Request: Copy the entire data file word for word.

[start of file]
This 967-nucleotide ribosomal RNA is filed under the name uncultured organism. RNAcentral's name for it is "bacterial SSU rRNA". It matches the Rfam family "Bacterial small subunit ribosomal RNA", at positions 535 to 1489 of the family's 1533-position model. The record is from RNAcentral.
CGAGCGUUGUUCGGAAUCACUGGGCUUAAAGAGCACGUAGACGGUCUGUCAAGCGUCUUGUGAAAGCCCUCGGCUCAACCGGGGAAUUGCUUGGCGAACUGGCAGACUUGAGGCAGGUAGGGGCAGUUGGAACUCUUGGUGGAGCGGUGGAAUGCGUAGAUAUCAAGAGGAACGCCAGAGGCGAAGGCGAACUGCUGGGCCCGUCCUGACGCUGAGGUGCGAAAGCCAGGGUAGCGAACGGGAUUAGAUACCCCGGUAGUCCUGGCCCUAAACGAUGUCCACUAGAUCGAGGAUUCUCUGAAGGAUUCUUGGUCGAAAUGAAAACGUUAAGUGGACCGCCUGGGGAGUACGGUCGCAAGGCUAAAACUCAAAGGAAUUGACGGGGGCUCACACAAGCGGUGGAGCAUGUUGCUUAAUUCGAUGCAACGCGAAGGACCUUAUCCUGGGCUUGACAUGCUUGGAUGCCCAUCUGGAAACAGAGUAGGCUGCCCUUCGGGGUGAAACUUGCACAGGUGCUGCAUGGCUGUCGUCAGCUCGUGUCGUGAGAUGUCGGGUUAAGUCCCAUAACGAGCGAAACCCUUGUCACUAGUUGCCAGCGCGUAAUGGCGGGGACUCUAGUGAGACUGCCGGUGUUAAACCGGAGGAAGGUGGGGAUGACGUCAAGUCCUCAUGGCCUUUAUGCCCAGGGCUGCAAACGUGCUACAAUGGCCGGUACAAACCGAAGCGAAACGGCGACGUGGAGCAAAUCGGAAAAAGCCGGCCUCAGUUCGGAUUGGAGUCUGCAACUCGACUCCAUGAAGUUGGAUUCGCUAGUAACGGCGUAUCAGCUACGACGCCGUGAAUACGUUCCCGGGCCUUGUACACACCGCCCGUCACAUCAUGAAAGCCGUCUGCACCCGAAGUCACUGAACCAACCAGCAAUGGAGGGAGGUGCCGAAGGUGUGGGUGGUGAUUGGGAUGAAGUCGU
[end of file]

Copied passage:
This 967-nucleotide ribosomal RNA is filed under the name uncultured organism. RNAcentral's name for it is "bacterial SSU rRNA". It matches the Rfam family "Bacterial small subunit ribosomal RNA", at positions 535 to 1489 of the family's 1533-position model. The record is from RNAcentral.
CGAGCGUUGUUCGGAAUCACUGGGCUUAAAGAGCACGUAGACGGUCUGUCAAGCGUCUUGUGAAAGCCCUCGGCUCAACCGGGGAAUUGCUUGGCGAACUGGCAGACUUGAGGCAGGUAGGGGCAGUUGGAACUCUUGGUGGAGCGGUGGAAUGCGUAGAUAUCAAGAGGAACGCCAGAGGCGAAGGCGAACUGCUGGGCCCGUCCUGACGCUGAGGUGCGAAAGCCAGGGUAGCGAACGGGAUUAGAUACCCCGGUAGUCCUGGCCCUAAACGAUGUCCACUAGAUCGAGGAUUCUCUGAAGGAUUCUUGGUCGAAAUGAAAACGUUAAGUGGACCGCCUGGGGAGUACGGUCGCAAGGCUAAAACUCAAAGGAAUUGACGGGGGCUCACACAAGCGGUGGAGCAUGUUGCUUAAUUCGAUGCAACGCGAAGGACCUUAUCCUGGGCUUGACAUGCUUGGAUGCCCAUCUGGAAACAGAGUAGGCUGCCCUUCGGGGUGAAACUUGCACAGGUGCUGCAUGGCUGUCGUCAGCUCGUGUCGUGAGAUGUCGGGUUAAGUCCCAUAACGAGCGAAACCCUUGUCACUAGUUGCCAGCGCGUAAUGGCGGGGACUCUAGUGAGACUGCCGGUGUUAAACCGGAGGAAGGUGGGGAUGACGUCAAGUCCUCAUGGCCUUUAUGCCCAGGGCUGCAAACGUGCUACAAUGGCCGGUACAAACCGAAGCGAAACGGCGACGUGGAGCAAAUCGGAAAAAGCCGGCCUCAGUUCGGAUUGGAGUCUGCAACUCGACUCCAUGAAGUUGGAUUCGCUAGUAACGGCGUAUCAGCUACGACGCCGUGAAUACGUUCCCGGGCCUUGUACACACCGCCCGUCACAUCAUGAAAGCCGUCUGCACCCGAAGUCACUGAACCAACCAGCAAUGGAGGGAGGUGCCGAAGGUGUGGGUGGUGAUUGGGAUGAAGUCGU